So Good They Can't Ignore You

  • by Cal Newport
  • Narrated by Dave Mallow
  • 6 hrs and 28 mins
  • Unabridged Audiobook

Publisher's Summary

Cal Newport's clearly written manifesto flies in the face of conventional wisdom by suggesting that it should be a person's talent and skill - and not necessarily their passion - that determines their career path.
Newport, who graduated from Dartmouth College (Phi Beta Kappa) and earned a PhD from MIT, contends that trying to find what drives us, instead of focusing on areas in which we naturally excel, is ultimately harmful and frustrating to job seekers. The title is a direct quote from comedian Steve Martin, who, when once asked why he was successful in his career, immediately replied, 'Be so good they can't ignore you', and that's the main basis for Newport's audiobook.
Skill and ability trump passion. Inspired by former Apple CEO Steve Jobs' famous Stanford University commencement speech in which Jobs urges idealistic grads to chase their dreams, Newport takes issue with that advice, claiming that not only is this advice Pollyannaish but that Jobs himself never followed his own advice.
From there Newport presents compelling scientific and contemporary case study evidence that the key to one's career success is to find out what you do well and where you have built up your 'career capital' and then to put all of your efforts in that direction.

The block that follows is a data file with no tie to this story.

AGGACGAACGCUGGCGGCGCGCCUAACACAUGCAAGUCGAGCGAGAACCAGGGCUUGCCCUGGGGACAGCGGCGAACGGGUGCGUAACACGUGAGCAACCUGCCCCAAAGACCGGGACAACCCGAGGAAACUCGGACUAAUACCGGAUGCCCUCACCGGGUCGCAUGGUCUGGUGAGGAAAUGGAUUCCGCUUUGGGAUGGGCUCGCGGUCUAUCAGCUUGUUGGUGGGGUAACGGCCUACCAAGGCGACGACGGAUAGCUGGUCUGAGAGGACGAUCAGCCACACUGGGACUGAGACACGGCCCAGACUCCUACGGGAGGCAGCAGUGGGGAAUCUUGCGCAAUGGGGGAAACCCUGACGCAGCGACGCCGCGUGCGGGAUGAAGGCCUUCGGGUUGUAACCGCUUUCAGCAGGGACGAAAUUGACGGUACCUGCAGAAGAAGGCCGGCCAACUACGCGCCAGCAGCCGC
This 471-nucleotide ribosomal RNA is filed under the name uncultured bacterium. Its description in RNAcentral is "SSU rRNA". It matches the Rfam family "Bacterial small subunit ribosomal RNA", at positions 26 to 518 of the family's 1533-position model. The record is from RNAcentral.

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Customer Reviews

Most Helpful

Detailed roadmap to a meaningful successful career

It starts by dispelling feel-good myths about passion, and substitutes those myths with more nuanced decision making "career rules". Very well written, clear and clever.

On the weaker side: Advice is based on the experiences of the author and his interviewees, so evidence is anecdotal.
I didn't like the term "career capital", because its definition is simply "valuable skills". This change of words doesn't add clarity, but hints at inaccurate implications.

Overall, fantastic book!
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- Santiago

interesting but unhelpful

Overall, this book is interesting. It was reassuring and motivating to learn that my career will probably be what I make of it, and that it's probably not a matter of falling into a fulfilling job by chance. (I use the word "probably" because of the lack of empirical evidence cited in the book). But the lack of supporting research evidence, or clear guidance in identifying next steps (rather than retrospectively looking back on successful people's correct choices, or unsuccessful people's incorrect choices) has left me feeling dissatisfied. A follow-up book containing these two features would be warmly welcomed.
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- Amy

Book Details

  • Release Date: 29-09-2016
  • Publisher: Hachette Audio UK